London: Competition among men for reproduction improves the genetic health of offspring, says a significant study, suggesting that "sexual selection" achieves this by acting as a filter to remove harmful genetic mutations.
It helps populations flourish and avoid extinction in the long-term, said the team from University of East Anglia (UEA). Sexual selection operates when males compete for reproduction and females choose, and the existence of two different sexes encourages these processes.
"It ultimately dictates who gets to reproduce their genes into the next generation -- so it is a widespread and very powerful evolutionary force," said lead researcher professor Matt Gage from UEA's school of biological sciences in a paper appeared in the journal Nature.
To uncover the role of sexual selection, the team evolved Tribolium flour beetles over 10 years under controlled conditions in the laboratory. The only difference between populations was the intensity of sexual selection during each adult reproductive stage. The strength of sexual selection ranged from intense competition and choice where 90 males competed for reproduction with only 10 females.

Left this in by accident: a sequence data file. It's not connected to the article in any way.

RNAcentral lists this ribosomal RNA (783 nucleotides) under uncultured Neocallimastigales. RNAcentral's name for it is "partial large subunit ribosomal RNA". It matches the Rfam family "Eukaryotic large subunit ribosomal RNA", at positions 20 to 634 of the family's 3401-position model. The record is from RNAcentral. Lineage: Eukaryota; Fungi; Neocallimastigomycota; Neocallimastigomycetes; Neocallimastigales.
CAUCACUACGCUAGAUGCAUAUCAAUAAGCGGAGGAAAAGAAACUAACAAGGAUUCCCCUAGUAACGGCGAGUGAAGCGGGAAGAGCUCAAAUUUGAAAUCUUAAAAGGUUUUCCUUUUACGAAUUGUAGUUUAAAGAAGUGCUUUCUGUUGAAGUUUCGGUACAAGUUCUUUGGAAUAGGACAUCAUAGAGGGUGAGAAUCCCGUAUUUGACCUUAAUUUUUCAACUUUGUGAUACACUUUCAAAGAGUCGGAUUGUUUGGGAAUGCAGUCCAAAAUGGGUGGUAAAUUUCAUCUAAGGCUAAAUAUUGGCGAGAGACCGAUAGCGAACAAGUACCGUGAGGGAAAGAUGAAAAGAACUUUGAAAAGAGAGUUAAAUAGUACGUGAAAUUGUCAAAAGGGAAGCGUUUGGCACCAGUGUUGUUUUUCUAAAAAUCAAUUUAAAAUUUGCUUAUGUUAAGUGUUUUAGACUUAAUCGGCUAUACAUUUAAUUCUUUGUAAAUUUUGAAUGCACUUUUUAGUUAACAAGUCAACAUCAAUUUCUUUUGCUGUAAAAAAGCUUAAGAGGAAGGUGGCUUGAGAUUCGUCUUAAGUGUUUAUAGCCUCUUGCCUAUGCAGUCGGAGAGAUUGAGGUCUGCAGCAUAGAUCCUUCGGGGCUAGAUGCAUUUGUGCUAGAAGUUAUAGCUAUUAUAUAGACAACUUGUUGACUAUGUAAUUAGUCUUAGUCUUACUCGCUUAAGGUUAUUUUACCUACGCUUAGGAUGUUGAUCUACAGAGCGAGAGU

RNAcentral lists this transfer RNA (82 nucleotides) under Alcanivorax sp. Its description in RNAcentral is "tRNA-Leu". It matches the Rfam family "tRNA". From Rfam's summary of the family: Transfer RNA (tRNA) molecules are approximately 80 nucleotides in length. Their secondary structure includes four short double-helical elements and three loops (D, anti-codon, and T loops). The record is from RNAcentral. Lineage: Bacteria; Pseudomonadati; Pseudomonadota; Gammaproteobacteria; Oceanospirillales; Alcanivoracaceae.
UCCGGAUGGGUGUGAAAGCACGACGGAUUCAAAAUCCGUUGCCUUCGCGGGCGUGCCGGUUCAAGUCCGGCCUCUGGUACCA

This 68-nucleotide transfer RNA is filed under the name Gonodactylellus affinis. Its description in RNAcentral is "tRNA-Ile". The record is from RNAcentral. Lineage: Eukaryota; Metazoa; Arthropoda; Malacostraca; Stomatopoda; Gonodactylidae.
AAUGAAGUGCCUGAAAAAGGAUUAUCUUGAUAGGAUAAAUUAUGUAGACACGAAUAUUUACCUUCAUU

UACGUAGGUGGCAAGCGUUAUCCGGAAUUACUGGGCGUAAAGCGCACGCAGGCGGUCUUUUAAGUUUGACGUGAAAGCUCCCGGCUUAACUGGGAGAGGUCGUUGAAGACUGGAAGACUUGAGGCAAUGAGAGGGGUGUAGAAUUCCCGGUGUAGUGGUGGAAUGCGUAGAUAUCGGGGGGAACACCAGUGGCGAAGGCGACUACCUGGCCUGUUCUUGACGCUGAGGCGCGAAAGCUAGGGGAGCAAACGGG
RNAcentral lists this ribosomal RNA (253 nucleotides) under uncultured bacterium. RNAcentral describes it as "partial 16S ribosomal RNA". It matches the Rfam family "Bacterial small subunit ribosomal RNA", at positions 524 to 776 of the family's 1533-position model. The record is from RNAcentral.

After seven years of reproduction under these conditions, representing about 50 generations, the study exposed the underlying genetic health of the resulting populations. They found that populations that had previously experienced strong sexual selection maintained higher fitness and were resilient to extinction in the face of inbreeding.
However populations that had experienced weak or non-existent sexual selection showed more rapid declines in health under inbreeding - and all went extinct by the 10th generation.
"The results show that sexual selection is important for population health and persistence, because it helps to purge negative and maintain positive genetic variation in a population," the authors wrote.
Biologists have long puzzled about how evolutionary selection, known for its ruthless requirement for efficiency, allows the existence of males -- when in so many species their only contribution to reproduction are spermatozoa.
The results help explain why sex persists as a dominant mechanism for reproducing offspring. In the absence of sex, populations accumulate deleterious mutations through a ratcheting effect where each new mutation takes a population closer to extinction.
"Sexual selection helps to remove those mutations, enabling populations to persist against the threat of extinction," the authors concluded.